Front Matter
Author: Romain Bouis

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© 2021 International Monetary Fund

WP/21/257

IMF Working Paper

Monetary and Capital Markets Department

Household Deleveraging and Saving Rates: A Cross-Country Analysis

Prepared by Romain Bouis*

Authorized for distribution by Montfort Mlachila October 2021

IMF Working Papers describe research in progress by the author and are published to elicit comments and to encourage debate. The views expressed in IMF Working Papers are those of the author and do not necessarily represent the views of the IMF, its Executive Board, or IMF management.

Abstract

Historically high household debt in several economies is calling for a deleveraging, but according to some economists, this adjustment can slow GDP growth by weighing on consumption. Using a sample of advanced and emerging market economies, this paper finds evidence of a negative relationship between changes of household debt-to-income ratios and saving rates. This relationship is however asymmetric, being significant only for debt build-ups. Declining debt ratios and saving are significantly related in some economies, but the relationship is driven by consumer credit, not by mortgages. Results therefore suggest that the economic cost associated with household deleveraging may be overestimated and motivate a deleveraging via lower mortgages.

JEL Classification Numbers: G01; E21; E44.

Keywords: Household debt; saving rates; consumption growth; deleveraging; consumer credit; mortgages; housing equity withdrawal.

Author’s E-Mail Address: rbouis@imf.org

Contents

  • ABSTRACT

  • I. INTRODUCTION

  • II. DEFINITION OF HOUSEHOLD DELEVERAGING

  • III. THE RELATIONSHIP BETWEEN CREDIT AND SAVING

  • A. Why Deleveraging and Saving Rates are Empirically Positively Correlated

  • B. Implications in Terms of Cross-Country Heterogeneity

  • IV. EMPIRICAL APPROACH

  • V. ESTIMATION RESULTS

  • A. Baseline Regressions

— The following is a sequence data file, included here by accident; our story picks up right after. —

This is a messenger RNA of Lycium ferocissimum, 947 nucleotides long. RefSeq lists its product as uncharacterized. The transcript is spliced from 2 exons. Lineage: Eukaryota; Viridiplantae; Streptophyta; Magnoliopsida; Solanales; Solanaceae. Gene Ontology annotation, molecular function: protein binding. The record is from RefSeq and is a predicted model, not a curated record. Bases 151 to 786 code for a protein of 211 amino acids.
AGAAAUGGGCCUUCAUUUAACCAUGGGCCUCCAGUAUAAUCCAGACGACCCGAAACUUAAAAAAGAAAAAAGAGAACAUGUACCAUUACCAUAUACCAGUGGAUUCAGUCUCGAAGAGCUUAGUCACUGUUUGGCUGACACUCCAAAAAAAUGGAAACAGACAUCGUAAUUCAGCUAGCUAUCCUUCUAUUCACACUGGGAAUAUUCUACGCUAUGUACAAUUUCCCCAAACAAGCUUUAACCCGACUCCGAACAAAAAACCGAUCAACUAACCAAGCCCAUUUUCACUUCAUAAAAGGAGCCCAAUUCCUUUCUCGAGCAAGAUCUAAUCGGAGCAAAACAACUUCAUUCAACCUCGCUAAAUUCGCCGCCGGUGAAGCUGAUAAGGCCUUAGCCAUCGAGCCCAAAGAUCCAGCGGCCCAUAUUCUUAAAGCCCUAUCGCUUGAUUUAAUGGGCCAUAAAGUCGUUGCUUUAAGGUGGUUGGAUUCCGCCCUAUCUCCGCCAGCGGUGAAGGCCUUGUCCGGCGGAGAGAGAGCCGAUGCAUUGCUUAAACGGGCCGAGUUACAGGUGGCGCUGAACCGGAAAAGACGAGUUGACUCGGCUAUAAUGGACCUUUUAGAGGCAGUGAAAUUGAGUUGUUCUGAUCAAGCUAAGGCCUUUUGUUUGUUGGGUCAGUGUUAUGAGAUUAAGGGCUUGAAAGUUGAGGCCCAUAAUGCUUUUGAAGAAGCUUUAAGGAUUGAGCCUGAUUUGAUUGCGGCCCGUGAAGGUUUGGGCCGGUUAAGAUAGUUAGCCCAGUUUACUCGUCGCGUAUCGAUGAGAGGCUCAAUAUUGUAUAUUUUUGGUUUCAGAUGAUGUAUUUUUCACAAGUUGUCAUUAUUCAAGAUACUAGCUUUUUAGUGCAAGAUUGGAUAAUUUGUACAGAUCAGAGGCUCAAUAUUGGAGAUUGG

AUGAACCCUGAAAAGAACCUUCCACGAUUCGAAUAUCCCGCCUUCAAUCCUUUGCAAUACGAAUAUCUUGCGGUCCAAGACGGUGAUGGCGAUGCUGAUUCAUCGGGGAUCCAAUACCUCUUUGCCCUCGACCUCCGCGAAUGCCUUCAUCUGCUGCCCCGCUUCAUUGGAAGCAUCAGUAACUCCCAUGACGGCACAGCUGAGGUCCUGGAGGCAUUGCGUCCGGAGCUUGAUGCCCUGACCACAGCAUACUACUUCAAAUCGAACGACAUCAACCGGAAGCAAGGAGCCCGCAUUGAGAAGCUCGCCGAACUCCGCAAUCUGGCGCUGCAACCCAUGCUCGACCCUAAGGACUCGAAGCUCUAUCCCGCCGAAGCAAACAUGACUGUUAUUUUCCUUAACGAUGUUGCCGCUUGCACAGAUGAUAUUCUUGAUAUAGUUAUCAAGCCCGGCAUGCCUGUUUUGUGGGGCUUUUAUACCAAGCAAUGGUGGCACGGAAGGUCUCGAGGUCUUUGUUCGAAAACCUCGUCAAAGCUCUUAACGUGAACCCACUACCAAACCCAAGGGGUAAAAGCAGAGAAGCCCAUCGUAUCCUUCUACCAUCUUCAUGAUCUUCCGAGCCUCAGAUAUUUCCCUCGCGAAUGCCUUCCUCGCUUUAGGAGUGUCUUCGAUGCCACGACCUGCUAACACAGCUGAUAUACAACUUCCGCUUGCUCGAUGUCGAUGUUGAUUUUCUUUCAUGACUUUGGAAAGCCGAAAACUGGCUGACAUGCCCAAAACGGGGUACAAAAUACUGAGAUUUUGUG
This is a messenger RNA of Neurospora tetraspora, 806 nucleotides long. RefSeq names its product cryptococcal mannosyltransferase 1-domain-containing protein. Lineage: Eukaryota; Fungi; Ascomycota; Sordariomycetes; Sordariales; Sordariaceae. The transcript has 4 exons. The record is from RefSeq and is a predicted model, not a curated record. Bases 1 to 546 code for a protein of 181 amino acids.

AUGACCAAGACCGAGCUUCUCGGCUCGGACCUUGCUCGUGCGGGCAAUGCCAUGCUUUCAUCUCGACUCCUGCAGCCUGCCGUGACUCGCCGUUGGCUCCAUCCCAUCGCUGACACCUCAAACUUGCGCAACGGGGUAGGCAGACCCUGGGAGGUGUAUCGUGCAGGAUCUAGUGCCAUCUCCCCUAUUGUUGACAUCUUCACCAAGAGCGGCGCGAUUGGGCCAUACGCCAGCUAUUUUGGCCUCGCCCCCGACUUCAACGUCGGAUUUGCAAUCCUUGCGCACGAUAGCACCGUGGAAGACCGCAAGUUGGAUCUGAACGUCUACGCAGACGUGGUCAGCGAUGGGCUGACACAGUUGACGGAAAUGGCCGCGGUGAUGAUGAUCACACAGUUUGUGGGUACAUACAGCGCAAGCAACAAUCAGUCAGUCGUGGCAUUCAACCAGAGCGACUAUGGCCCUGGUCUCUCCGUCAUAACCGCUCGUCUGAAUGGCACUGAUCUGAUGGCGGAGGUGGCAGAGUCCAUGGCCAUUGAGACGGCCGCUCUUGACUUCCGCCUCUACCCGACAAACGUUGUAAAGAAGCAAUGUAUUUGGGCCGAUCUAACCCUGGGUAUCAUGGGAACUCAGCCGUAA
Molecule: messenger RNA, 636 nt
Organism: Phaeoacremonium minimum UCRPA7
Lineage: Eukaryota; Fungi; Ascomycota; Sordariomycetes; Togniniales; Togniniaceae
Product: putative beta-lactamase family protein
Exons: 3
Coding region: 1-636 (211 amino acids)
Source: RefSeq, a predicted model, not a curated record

• B. Cross-Country Heterogeneity and the Role of Credit Market Institutions

  • C. Consumer versus Mortgage Debt Ratios

  • VI. CONCLUSION

  • REFERENCES

  • Figures

  • 1 – Changes in average saving rates from credit booms to deleveraging periods

  • 2 – Changes of macroeconomic variables around historical debt turning points

  • 3 – Net credit-to-disposable income ratios and saving rates

  • 4 – Contributions of changes of consumer and of mortgage debt ratios

  • Tables

  • 1 – Changes in household debt ratios and saving rates during full boom-bust credit cycles

  • 2 – Changes of household debt ratios and saving rates in selected ongoing deleveraging economies

  • 3 – Differences in credit market features, homeownership rates, and pension funds

  • 4 – Saving rate and change in debt ratios, baseline

  • 5 – Saving rate and interaction effects of institutional settings with change of debt ratios

  • 6 – Saving rate, consumer credit, and mortgages

  • Appendix Tables

  • 1 – Variable definitions and data sources

  • 2 – Change in saving rate and positive versus negative changes of debt ratios

  • 3 – Consumption growth and positive versus negative changes of debt ratios

  • 4 – Change of saving rate and interaction effects of institutional settings

  • 5 – Consumption growth and interaction effects of institutional settings with change of debt ratios

  • 6 – Change of saving rate, consumer credit, and mortgages

  • 7 – Consumption growth, consumer credit, and mortgages

Issue 257